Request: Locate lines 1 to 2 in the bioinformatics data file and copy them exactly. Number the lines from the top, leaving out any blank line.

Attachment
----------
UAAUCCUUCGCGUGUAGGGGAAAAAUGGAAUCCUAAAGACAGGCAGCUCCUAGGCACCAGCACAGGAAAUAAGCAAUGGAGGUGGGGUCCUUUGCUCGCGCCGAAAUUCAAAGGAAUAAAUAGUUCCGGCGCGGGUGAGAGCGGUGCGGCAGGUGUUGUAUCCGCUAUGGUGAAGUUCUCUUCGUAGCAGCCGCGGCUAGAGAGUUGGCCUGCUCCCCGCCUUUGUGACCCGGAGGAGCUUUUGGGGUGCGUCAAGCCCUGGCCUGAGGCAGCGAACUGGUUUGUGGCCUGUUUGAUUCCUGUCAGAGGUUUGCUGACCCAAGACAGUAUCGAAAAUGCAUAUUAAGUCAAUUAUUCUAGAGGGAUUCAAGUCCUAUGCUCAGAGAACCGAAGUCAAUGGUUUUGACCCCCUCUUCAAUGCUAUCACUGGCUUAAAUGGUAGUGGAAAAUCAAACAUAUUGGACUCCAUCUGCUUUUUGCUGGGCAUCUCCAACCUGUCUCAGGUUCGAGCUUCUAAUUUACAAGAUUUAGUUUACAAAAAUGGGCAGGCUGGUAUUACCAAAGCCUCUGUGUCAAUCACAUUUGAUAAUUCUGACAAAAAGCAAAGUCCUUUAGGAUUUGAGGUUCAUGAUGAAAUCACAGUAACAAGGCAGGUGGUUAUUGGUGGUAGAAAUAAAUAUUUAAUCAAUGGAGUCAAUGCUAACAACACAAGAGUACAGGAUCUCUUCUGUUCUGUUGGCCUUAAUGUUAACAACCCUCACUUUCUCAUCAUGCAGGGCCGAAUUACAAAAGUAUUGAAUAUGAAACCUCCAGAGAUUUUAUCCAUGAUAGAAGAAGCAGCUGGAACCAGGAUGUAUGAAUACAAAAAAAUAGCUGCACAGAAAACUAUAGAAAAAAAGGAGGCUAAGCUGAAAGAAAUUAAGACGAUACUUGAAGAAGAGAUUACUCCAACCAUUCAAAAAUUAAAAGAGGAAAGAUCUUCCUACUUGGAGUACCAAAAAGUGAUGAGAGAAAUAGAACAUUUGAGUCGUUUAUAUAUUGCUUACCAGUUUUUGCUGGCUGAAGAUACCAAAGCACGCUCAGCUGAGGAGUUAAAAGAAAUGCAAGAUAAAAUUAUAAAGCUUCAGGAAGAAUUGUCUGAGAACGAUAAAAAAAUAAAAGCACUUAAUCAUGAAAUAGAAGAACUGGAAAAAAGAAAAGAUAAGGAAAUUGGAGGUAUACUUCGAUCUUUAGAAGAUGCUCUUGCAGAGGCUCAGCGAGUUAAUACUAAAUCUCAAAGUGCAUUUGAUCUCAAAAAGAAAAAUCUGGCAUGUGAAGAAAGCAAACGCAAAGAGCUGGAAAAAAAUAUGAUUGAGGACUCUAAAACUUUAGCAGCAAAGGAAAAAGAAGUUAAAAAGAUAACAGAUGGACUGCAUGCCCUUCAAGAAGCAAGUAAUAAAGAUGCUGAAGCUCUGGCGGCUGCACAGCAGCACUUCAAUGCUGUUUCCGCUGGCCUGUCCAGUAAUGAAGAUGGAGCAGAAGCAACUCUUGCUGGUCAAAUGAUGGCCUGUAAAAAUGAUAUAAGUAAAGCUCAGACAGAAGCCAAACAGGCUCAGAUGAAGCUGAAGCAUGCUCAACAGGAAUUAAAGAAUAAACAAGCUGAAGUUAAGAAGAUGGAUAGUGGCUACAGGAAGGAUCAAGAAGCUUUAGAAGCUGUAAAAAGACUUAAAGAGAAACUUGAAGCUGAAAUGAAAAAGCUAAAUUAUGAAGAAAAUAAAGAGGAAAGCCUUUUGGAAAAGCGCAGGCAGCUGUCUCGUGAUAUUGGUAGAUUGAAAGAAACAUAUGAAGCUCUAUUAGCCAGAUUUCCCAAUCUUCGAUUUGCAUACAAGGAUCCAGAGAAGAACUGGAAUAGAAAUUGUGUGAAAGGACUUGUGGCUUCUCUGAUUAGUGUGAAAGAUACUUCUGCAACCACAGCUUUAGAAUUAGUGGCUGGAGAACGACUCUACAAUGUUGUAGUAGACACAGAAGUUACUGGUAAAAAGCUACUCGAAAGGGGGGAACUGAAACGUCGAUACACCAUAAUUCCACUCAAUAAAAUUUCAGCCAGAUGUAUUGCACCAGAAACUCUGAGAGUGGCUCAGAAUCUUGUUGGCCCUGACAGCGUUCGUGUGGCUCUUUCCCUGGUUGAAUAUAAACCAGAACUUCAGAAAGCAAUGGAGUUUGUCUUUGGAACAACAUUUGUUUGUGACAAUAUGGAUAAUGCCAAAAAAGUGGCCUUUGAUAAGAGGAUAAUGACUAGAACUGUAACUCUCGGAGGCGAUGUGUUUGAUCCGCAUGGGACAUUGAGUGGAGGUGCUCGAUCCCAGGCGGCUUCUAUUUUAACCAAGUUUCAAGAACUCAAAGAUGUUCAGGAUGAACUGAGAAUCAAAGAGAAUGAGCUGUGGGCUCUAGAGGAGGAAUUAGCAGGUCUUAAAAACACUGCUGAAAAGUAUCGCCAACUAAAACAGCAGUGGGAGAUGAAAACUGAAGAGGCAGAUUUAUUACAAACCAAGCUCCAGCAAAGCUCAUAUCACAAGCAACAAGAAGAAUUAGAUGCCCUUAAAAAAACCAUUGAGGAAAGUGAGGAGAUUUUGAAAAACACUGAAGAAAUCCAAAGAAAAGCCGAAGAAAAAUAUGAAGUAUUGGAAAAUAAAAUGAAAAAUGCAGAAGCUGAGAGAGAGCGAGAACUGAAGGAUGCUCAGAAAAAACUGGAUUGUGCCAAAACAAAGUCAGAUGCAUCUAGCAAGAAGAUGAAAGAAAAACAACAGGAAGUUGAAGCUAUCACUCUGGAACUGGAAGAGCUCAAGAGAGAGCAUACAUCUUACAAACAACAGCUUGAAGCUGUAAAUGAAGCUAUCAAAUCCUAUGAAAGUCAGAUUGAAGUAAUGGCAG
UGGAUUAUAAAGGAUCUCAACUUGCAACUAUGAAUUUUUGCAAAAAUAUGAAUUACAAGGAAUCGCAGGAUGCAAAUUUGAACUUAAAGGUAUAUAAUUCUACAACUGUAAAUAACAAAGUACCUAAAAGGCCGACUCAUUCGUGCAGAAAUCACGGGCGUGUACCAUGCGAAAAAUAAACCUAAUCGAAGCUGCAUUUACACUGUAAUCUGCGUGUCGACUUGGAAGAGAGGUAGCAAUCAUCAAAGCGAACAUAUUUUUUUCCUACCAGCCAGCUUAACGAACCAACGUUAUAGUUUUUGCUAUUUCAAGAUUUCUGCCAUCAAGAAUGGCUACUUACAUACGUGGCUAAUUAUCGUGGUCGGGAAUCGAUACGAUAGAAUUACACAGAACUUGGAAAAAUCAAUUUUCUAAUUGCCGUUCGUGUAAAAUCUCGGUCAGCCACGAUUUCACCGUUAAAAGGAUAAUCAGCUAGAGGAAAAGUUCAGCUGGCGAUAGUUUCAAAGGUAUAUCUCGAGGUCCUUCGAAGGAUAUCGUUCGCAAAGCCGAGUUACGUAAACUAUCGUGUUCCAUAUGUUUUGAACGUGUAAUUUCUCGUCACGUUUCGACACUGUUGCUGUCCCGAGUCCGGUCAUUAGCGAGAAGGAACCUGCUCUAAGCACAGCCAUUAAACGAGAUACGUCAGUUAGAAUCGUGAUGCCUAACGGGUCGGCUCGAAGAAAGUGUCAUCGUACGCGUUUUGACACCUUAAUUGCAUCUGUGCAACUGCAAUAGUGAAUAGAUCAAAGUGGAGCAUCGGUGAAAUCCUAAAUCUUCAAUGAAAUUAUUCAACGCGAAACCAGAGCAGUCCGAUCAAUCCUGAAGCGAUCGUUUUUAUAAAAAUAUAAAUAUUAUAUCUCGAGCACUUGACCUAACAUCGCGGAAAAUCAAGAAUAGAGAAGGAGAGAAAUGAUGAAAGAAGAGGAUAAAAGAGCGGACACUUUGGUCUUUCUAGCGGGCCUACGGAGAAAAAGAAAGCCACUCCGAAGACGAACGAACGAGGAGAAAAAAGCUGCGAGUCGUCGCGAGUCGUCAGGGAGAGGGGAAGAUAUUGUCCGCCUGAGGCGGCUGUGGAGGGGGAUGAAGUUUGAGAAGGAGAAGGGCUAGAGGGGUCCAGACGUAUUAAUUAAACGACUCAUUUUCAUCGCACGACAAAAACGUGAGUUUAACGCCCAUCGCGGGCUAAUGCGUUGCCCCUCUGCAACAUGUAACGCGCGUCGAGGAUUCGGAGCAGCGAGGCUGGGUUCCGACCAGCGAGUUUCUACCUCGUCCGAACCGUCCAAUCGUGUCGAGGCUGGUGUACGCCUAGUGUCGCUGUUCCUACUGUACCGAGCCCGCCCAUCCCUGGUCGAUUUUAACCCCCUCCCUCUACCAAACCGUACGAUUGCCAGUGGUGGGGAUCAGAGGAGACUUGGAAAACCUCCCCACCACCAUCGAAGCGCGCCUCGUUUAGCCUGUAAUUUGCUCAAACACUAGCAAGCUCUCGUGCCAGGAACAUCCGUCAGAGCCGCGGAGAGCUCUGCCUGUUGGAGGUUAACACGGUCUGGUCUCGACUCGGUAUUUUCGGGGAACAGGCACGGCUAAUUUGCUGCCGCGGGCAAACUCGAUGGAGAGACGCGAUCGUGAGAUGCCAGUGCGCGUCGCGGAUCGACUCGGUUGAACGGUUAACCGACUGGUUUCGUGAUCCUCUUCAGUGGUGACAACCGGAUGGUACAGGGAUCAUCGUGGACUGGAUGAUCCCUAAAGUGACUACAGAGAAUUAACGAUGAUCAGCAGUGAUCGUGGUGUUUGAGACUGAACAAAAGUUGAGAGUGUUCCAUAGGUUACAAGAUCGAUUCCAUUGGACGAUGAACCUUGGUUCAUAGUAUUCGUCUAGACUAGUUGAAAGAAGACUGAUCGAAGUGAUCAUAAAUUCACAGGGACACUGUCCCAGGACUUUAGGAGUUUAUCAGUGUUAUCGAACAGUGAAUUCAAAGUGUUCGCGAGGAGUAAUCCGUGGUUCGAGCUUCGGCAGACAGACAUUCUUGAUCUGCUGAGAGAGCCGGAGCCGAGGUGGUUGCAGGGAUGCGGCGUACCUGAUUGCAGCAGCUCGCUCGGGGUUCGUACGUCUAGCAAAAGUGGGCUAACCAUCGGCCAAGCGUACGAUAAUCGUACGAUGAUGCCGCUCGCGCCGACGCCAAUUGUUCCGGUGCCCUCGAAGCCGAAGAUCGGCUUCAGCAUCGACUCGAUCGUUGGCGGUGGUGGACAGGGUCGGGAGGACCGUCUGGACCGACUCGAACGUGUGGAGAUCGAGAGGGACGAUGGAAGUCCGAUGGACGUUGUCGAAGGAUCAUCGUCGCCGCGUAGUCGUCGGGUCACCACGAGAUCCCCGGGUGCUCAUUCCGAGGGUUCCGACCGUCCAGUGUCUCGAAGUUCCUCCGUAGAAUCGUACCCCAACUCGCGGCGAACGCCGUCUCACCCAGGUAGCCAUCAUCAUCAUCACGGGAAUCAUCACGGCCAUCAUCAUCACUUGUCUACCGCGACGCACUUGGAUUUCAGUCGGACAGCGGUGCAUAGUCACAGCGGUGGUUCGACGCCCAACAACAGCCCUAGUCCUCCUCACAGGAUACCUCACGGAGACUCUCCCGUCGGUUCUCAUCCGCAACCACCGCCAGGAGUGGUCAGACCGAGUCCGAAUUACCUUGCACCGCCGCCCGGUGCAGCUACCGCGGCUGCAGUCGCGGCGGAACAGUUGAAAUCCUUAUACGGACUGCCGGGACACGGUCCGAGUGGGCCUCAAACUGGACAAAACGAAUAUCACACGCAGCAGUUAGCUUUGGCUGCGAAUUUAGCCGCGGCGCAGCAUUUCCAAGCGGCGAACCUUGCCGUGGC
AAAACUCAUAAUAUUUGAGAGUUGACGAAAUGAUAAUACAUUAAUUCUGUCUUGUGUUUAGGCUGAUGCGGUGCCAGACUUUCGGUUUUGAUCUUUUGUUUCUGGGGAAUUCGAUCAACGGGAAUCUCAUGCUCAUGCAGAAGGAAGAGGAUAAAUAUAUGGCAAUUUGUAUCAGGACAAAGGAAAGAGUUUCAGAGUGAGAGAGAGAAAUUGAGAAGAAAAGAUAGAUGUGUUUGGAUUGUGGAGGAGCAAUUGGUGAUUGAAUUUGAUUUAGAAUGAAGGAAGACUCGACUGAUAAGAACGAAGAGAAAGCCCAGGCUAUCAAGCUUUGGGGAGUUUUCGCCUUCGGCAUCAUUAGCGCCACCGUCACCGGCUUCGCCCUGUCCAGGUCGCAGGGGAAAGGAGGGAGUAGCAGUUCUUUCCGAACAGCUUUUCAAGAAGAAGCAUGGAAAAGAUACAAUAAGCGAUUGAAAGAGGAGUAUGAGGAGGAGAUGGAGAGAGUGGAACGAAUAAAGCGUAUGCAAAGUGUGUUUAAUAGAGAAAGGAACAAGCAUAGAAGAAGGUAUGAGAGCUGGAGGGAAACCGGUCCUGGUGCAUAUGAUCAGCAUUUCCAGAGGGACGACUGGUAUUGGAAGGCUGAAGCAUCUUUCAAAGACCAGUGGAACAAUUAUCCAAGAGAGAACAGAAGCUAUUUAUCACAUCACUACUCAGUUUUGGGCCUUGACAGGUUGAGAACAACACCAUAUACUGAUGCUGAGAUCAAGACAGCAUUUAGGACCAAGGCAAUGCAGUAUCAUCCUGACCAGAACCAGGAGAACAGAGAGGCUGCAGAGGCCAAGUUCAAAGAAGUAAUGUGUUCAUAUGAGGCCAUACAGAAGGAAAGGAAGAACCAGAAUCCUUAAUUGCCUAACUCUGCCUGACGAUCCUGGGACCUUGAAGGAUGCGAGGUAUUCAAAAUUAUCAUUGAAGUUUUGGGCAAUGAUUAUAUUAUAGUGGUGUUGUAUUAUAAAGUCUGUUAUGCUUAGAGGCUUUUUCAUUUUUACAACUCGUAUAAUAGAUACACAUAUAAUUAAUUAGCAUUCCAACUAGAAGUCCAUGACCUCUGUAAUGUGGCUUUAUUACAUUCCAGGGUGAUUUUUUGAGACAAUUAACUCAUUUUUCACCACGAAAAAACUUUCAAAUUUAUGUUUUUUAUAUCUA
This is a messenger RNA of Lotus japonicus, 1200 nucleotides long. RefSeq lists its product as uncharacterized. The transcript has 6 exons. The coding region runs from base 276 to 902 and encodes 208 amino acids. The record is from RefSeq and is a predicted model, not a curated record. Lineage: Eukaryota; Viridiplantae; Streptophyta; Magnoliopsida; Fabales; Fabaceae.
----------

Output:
UAAUCCUUCGCGUGUAGGGGAAAAAUGGAAUCCUAAAGACAGGCAGCUCCUAGGCACCAGCACAGGAAAUAAGCAAUGGAGGUGGGGUCCUUUGCUCGCGCCGAAAUUCAAAGGAAUAAAUAGUUCCGGCGCGGGUGAGAGCGGUGCGGCAGGUGUUGUAUCCGCUAUGGUGAAGUUCUCUUCGUAGCAGCCGCGGCUAGAGAGUUGGCCUGCUCCCCGCCUUUGUGACCCGGAGGAGCUUUUGGGGUGCGUCAAGCCCUGGCCUGAGGCAGCGAACUGGUUUGUGGCCUGUUUGAUUCCUGUCAGAGGUUUGCUGACCCAAGACAGUAUCGAAAAUGCAUAUUAAGUCAAUUAUUCUAGAGGGAUUCAAGUCCUAUGCUCAGAGAACCGAAGUCAAUGGUUUUGACCCCCUCUUCAAUGCUAUCACUGGCUUAAAUGGUAGUGGAAAAUCAAACAUAUUGGACUCCAUCUGCUUUUUGCUGGGCAUCUCCAACCUGUCUCAGGUUCGAGCUUCUAAUUUACAAGAUUUAGUUUACAAAAAUGGGCAGGCUGGUAUUACCAAAGCCUCUGUGUCAAUCACAUUUGAUAAUUCUGACAAAAAGCAAAGUCCUUUAGGAUUUGAGGUUCAUGAUGAAAUCACAGUAACAAGGCAGGUGGUUAUUGGUGGUAGAAAUAAAUAUUUAAUCAAUGGAGUCAAUGCUAACAACACAAGAGUACAGGAUCUCUUCUGUUCUGUUGGCCUUAAUGUUAACAACCCUCACUUUCUCAUCAUGCAGGGCCGAAUUACAAAAGUAUUGAAUAUGAAACCUCCAGAGAUUUUAUCCAUGAUAGAAGAAGCAGCUGGAACCAGGAUGUAUGAAUACAAAAAAAUAGCUGCACAGAAAACUAUAGAAAAAAAGGAGGCUAAGCUGAAAGAAAUUAAGACGAUACUUGAAGAAGAGAUUACUCCAACCAUUCAAAAAUUAAAAGAGGAAAGAUCUUCCUACUUGGAGUACCAAAAAGUGAUGAGAGAAAUAGAACAUUUGAGUCGUUUAUAUAUUGCUUACCAGUUUUUGCUGGCUGAAGAUACCAAAGCACGCUCAGCUGAGGAGUUAAAAGAAAUGCAAGAUAAAAUUAUAAAGCUUCAGGAAGAAUUGUCUGAGAACGAUAAAAAAAUAAAAGCACUUAAUCAUGAAAUAGAAGAACUGGAAAAAAGAAAAGAUAAGGAAAUUGGAGGUAUACUUCGAUCUUUAGAAGAUGCUCUUGCAGAGGCUCAGCGAGUUAAUACUAAAUCUCAAAGUGCAUUUGAUCUCAAAAAGAAAAAUCUGGCAUGUGAAGAAAGCAAACGCAAAGAGCUGGAAAAAAAUAUGAUUGAGGACUCUAAAACUUUAGCAGCAAAGGAAAAAGAAGUUAAAAAGAUAACAGAUGGACUGCAUGCCCUUCAAGAAGCAAGUAAUAAAGAUGCUGAAGCUCUGGCGGCUGCACAGCAGCACUUCAAUGCUGUUUCCGCUGGCCUGUCCAGUAAUGAAGAUGGAGCAGAAGCAACUCUUGCUGGUCAAAUGAUGGCCUGUAAAAAUGAUAUAAGUAAAGCUCAGACAGAAGCCAAACAGGCUCAGAUGAAGCUGAAGCAUGCUCAACAGGAAUUAAAGAAUAAACAAGCUGAAGUUAAGAAGAUGGAUAGUGGCUACAGGAAGGAUCAAGAAGCUUUAGAAGCUGUAAAAAGACUUAAAGAGAAACUUGAAGCUGAAAUGAAAAAGCUAAAUUAUGAAGAAAAUAAAGAGGAAAGCCUUUUGGAAAAGCGCAGGCAGCUGUCUCGUGAUAUUGGUAGAUUGAAAGAAACAUAUGAAGCUCUAUUAGCCAGAUUUCCCAAUCUUCGAUUUGCAUACAAGGAUCCAGAGAAGAACUGGAAUAGAAAUUGUGUGAAAGGACUUGUGGCUUCUCUGAUUAGUGUGAAAGAUACUUCUGCAACCACAGCUUUAGAAUUAGUGGCUGGAGAACGACUCUACAAUGUUGUAGUAGACACAGAAGUUACUGGUAAAAAGCUACUCGAAAGGGGGGAACUGAAACGUCGAUACACCAUAAUUCCACUCAAUAAAAUUUCAGCCAGAUGUAUUGCACCAGAAACUCUGAGAGUGGCUCAGAAUCUUGUUGGCCCUGACAGCGUUCGUGUGGCUCUUUCCCUGGUUGAAUAUAAACCAGAACUUCAGAAAGCAAUGGAGUUUGUCUUUGGAACAACAUUUGUUUGUGACAAUAUGGAUAAUGCCAAAAAAGUGGCCUUUGAUAAGAGGAUAAUGACUAGAACUGUAACUCUCGGAGGCGAUGUGUUUGAUCCGCAUGGGACAUUGAGUGGAGGUGCUCGAUCCCAGGCGGCUUCUAUUUUAACCAAGUUUCAAGAACUCAAAGAUGUUCAGGAUGAACUGAGAAUCAAAGAGAAUGAGCUGUGGGCUCUAGAGGAGGAAUUAGCAGGUCUUAAAAACACUGCUGAAAAGUAUCGCCAACUAAAACAGCAGUGGGAGAUGAAAACUGAAGAGGCAGAUUUAUUACAAACCAAGCUCCAGCAAAGCUCAUAUCACAAGCAACAAGAAGAAUUAGAUGCCCUUAAAAAAACCAUUGAGGAAAGUGAGGAGAUUUUGAAAAACACUGAAGAAAUCCAAAGAAAAGCCGAAGAAAAAUAUGAAGUAUUGGAAAAUAAAAUGAAAAAUGCAGAAGCUGAGAGAGAGCGAGAACUGAAGGAUGCUCAGAAAAAACUGGAUUGUGCCAAAACAAAGUCAGAUGCAUCUAGCAAGAAGAUGAAAGAAAAACAACAGGAAGUUGAAGCUAUCACUCUGGAACUGGAAGAGCUCAAGAGAGAGCAUACAUCUUACAAACAACAGCUUGAAGCUGUAAAUGAAGCUAUCAAAUCCUAUGAAAGUCAGAUUGAAGUAAUGGCAG
UGGAUUAUAAAGGAUCUCAACUUGCAACUAUGAAUUUUUGCAAAAAUAUGAAUUACAAGGAAUCGCAGGAUGCAAAUUUGAACUUAAAGGUAUAUAAUUCUACAACUGUAAAUAACAAAGUACCUAAAAGGCCGACUCAUUCGUGCAGAAAUCACGGGCGUGUACCAUGCGAAAAAUAAACCUAAUCGAAGCUGCAUUUACACUGUAAUCUGCGUGUCGACUUGGAAGAGAGGUAGCAAUCAUCAAAGCGAACAUAUUUUUUUCCUACCAGCCAGCUUAACGAACCAACGUUAUAGUUUUUGCUAUUUCAAGAUUUCUGCCAUCAAGAAUGGCUACUUACAUACGUGGCUAAUUAUCGUGGUCGGGAAUCGAUACGAUAGAAUUACACAGAACUUGGAAAAAUCAAUUUUCUAAUUGCCGUUCGUGUAAAAUCUCGGUCAGCCACGAUUUCACCGUUAAAAGGAUAAUCAGCUAGAGGAAAAGUUCAGCUGGCGAUAGUUUCAAAGGUAUAUCUCGAGGUCCUUCGAAGGAUAUCGUUCGCAAAGCCGAGUUACGUAAACUAUCGUGUUCCAUAUGUUUUGAACGUGUAAUUUCUCGUCACGUUUCGACACUGUUGCUGUCCCGAGUCCGGUCAUUAGCGAGAAGGAACCUGCUCUAAGCACAGCCAUUAAACGAGAUACGUCAGUUAGAAUCGUGAUGCCUAACGGGUCGGCUCGAAGAAAGUGUCAUCGUACGCGUUUUGACACCUUAAUUGCAUCUGUGCAACUGCAAUAGUGAAUAGAUCAAAGUGGAGCAUCGGUGAAAUCCUAAAUCUUCAAUGAAAUUAUUCAACGCGAAACCAGAGCAGUCCGAUCAAUCCUGAAGCGAUCGUUUUUAUAAAAAUAUAAAUAUUAUAUCUCGAGCACUUGACCUAACAUCGCGGAAAAUCAAGAAUAGAGAAGGAGAGAAAUGAUGAAAGAAGAGGAUAAAAGAGCGGACACUUUGGUCUUUCUAGCGGGCCUACGGAGAAAAAGAAAGCCACUCCGAAGACGAACGAACGAGGAGAAAAAAGCUGCGAGUCGUCGCGAGUCGUCAGGGAGAGGGGAAGAUAUUGUCCGCCUGAGGCGGCUGUGGAGGGGGAUGAAGUUUGAGAAGGAGAAGGGCUAGAGGGGUCCAGACGUAUUAAUUAAACGACUCAUUUUCAUCGCACGACAAAAACGUGAGUUUAACGCCCAUCGCGGGCUAAUGCGUUGCCCCUCUGCAACAUGUAACGCGCGUCGAGGAUUCGGAGCAGCGAGGCUGGGUUCCGACCAGCGAGUUUCUACCUCGUCCGAACCGUCCAAUCGUGUCGAGGCUGGUGUACGCCUAGUGUCGCUGUUCCUACUGUACCGAGCCCGCCCAUCCCUGGUCGAUUUUAACCCCCUCCCUCUACCAAACCGUACGAUUGCCAGUGGUGGGGAUCAGAGGAGACUUGGAAAACCUCCCCACCACCAUCGAAGCGCGCCUCGUUUAGCCUGUAAUUUGCUCAAACACUAGCAAGCUCUCGUGCCAGGAACAUCCGUCAGAGCCGCGGAGAGCUCUGCCUGUUGGAGGUUAACACGGUCUGGUCUCGACUCGGUAUUUUCGGGGAACAGGCACGGCUAAUUUGCUGCCGCGGGCAAACUCGAUGGAGAGACGCGAUCGUGAGAUGCCAGUGCGCGUCGCGGAUCGACUCGGUUGAACGGUUAACCGACUGGUUUCGUGAUCCUCUUCAGUGGUGACAACCGGAUGGUACAGGGAUCAUCGUGGACUGGAUGAUCCCUAAAGUGACUACAGAGAAUUAACGAUGAUCAGCAGUGAUCGUGGUGUUUGAGACUGAACAAAAGUUGAGAGUGUUCCAUAGGUUACAAGAUCGAUUCCAUUGGACGAUGAACCUUGGUUCAUAGUAUUCGUCUAGACUAGUUGAAAGAAGACUGAUCGAAGUGAUCAUAAAUUCACAGGGACACUGUCCCAGGACUUUAGGAGUUUAUCAGUGUUAUCGAACAGUGAAUUCAAAGUGUUCGCGAGGAGUAAUCCGUGGUUCGAGCUUCGGCAGACAGACAUUCUUGAUCUGCUGAGAGAGCCGGAGCCGAGGUGGUUGCAGGGAUGCGGCGUACCUGAUUGCAGCAGCUCGCUCGGGGUUCGUACGUCUAGCAAAAGUGGGCUAACCAUCGGCCAAGCGUACGAUAAUCGUACGAUGAUGCCGCUCGCGCCGACGCCAAUUGUUCCGGUGCCCUCGAAGCCGAAGAUCGGCUUCAGCAUCGACUCGAUCGUUGGCGGUGGUGGACAGGGUCGGGAGGACCGUCUGGACCGACUCGAACGUGUGGAGAUCGAGAGGGACGAUGGAAGUCCGAUGGACGUUGUCGAAGGAUCAUCGUCGCCGCGUAGUCGUCGGGUCACCACGAGAUCCCCGGGUGCUCAUUCCGAGGGUUCCGACCGUCCAGUGUCUCGAAGUUCCUCCGUAGAAUCGUACCCCAACUCGCGGCGAACGCCGUCUCACCCAGGUAGCCAUCAUCAUCAUCACGGGAAUCAUCACGGCCAUCAUCAUCACUUGUCUACCGCGACGCACUUGGAUUUCAGUCGGACAGCGGUGCAUAGUCACAGCGGUGGUUCGACGCCCAACAACAGCCCUAGUCCUCCUCACAGGAUACCUCACGGAGACUCUCCCGUCGGUUCUCAUCCGCAACCACCGCCAGGAGUGGUCAGACCGAGUCCGAAUUACCUUGCACCGCCGCCCGGUGCAGCUACCGCGGCUGCAGUCGCGGCGGAACAGUUGAAAUCCUUAUACGGACUGCCGGGACACGGUCCGAGUGGGCCUCAAACUGGACAAAACGAAUAUCACACGCAGCAGUUAGCUUUGGCUGCGAAUUUAGCCGCGGCGCAGCAUUUCCAAGCGGCGAACCUUGCCGUGGC